June 5, 2023
In 2016, I blogged about the amazing StoryCorps program and its collection of recorded conversations that captures a snapshot of our lives. People sit down and discuss an adventure, a challenge, or any topic to share an experience that is then publicly available through the StoryCorps website and archived at the American Folklife Center at the Library of Congress.
What motivated me to blog about StoryCorps was my frustration at trying to locate archive recordings of Earth and space scientists. In my blog post, I included a plea: If scientists want to make a broader impact and let a larger audience know who we are and to hear our stories, I suggest we start sharing our stories outside of science-centered and science-focused outlets. I was hoping this would result in an increase in the voices of and stories from scientists, at least through StoryCorps.
And the science community answered the call!
You may remember seeing the StoryCorps recording booth/Airstream trailer at an AGU Fall Meeting, kicking off the AGU Narratives community on the StoryCorps website. AGU continues today to add to this collection the celebrates the people behind Earth and space science. This community of conversations tagged with our science terms makes for an incredibly valuable and accessible archive of our contributions.
A new community starts its exploration
To keep adding science voices to the StoryCorps archive, a new community has been established. Science storytelling was one of the Big Ideas presented at the Advancing Scientific Ocean Drilling IMPACT Workshop held in Washington DC in June 2022. Fresh off the scientific drilling vessel JOIDES Resolution from two months on Expedition 390 as an Onboard Outreach Officer (literally – I was only home from South Africa three days before I turned around and headed to DC for this workshop!), I was thinking of how the stories of my time at sea can be shared post-expedition. I was moved by the questions I received during the ship-to-shore broadcasts that I led while on the ship, and the numerous non-science questions I was asked – questions that focused on life at sea and career pathways, not necessarily what the cores were showing and our scientific results.
With an idea swirling in my mind (and still swaying from not having my “land legs” back 100%), I thought about how the StoryCorps archive might meet this objective. Although the science continues post-expedition and is shared through conference presentations and journal articles for years to come, what about the stories of the “other” pieces of life at sea that are part of our process getting the science accomplished? Onboard Outreach Officer Maya Pincus was present at the IMPACT workshop and was immediately on board supporting the idea that we establish a StoryCorps community related to scientific ocean drilling. We reached out to another OOO alumnae Maryalice Yakutchik, and we began planning the launch of Tales from the Deep: Stories of Scientific Ocean Drilling.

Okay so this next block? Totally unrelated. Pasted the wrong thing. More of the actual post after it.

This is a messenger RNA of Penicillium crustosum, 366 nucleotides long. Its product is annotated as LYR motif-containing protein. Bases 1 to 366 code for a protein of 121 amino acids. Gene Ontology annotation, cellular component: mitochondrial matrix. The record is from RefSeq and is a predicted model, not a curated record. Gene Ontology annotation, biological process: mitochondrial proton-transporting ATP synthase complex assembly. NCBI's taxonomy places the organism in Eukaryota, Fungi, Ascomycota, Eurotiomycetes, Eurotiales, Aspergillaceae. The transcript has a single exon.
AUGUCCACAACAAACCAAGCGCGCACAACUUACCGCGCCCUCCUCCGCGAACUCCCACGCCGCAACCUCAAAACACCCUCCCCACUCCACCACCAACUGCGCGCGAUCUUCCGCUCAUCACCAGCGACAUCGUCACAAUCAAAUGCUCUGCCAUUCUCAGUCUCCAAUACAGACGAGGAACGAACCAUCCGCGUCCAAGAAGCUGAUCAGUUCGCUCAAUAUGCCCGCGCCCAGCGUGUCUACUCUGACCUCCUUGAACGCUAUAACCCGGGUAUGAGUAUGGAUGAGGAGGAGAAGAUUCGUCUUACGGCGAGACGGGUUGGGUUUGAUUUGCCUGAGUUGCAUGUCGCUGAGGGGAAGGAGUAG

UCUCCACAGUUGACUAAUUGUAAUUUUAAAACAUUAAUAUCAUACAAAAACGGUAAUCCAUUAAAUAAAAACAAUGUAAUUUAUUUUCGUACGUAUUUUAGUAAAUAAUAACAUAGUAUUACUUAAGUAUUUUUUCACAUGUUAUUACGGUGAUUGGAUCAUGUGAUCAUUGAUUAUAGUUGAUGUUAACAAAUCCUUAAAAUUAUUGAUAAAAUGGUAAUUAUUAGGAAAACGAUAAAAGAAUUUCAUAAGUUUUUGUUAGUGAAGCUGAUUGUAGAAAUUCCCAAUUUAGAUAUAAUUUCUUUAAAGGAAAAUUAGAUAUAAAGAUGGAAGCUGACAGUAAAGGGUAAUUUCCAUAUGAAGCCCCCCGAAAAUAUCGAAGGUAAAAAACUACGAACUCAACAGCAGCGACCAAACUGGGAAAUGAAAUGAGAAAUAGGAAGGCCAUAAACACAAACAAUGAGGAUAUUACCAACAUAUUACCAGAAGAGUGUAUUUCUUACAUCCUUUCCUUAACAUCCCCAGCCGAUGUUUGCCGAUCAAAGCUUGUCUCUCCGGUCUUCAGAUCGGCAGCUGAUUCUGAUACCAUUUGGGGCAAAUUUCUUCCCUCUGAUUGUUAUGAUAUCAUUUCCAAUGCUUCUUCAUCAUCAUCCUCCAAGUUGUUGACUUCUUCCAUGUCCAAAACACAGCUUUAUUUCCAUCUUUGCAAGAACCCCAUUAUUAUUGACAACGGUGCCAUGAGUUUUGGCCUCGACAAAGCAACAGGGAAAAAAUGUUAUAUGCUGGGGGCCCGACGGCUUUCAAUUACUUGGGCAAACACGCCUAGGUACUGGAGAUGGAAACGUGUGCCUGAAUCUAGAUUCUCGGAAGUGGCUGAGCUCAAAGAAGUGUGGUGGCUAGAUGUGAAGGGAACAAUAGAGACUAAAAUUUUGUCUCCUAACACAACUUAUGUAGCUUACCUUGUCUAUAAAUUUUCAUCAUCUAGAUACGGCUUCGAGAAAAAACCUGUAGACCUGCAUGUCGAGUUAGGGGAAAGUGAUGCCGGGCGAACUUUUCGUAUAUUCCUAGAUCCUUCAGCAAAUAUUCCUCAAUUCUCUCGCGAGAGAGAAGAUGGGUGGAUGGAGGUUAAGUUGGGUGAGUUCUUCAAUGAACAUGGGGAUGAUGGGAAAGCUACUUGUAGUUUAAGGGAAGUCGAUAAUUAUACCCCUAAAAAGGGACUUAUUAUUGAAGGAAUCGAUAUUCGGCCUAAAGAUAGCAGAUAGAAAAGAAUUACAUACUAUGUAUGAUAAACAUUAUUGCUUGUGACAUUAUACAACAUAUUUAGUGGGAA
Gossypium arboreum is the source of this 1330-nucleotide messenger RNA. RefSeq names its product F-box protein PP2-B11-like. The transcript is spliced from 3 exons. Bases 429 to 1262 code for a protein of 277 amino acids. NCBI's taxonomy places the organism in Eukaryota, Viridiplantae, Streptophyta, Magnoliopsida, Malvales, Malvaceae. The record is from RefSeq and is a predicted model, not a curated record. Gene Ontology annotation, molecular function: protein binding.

Click here to be brought to the page with Claire Routledge’s conversation.
Have you seen any seahorses? Can you study the ocean if you don’t know how to swim? What if you have a food allergy? These questions and more tap into the topics of sea life, safety, eating/living on a ship at sea, and more. We have begun collecting these stories with conversations from individuals that have sailed on JOIDES Resolution and MSPs, and we seek to include stories from those that sailed on Glomar Challenger and Chikyū. We also want to preserve the narratives of those that have supposed the ship activities in a shore-based role.
We are in Part 1 of this project, collecting the recorded conversations. We are entering Part 2 and are actively seeking feedback from teachers/instructors for the supporting information they may need to use these recordings with their students in classes.
As scientists, we need to be proactive in sharing our stories of the scientific process as well as the scientific results. We want to show our “human” side as a scientist, shatter stereotypes, and engage the broadest audiences. Although JOIDES Resolution will no longer be sailing past 2024, the stories of scientific ocean drilling must be preserved and continue moving forward.
Click here to be brought to the page with Yi Wang’s conversation.
A call for participation
If you have participated in scientific ocean drilling in any role (on board or on shore), we encourage you to explore the existing collection and think about a topic you would like to record a conversation about. It is OK to have your story be a topic that is already in the collection (this will provide richer material from which to develop classroom material).
Click here to be brought to the page with Jeff Ryan’s conversation.
Click here to be brought to the page with Mike Widdowson’s conversation.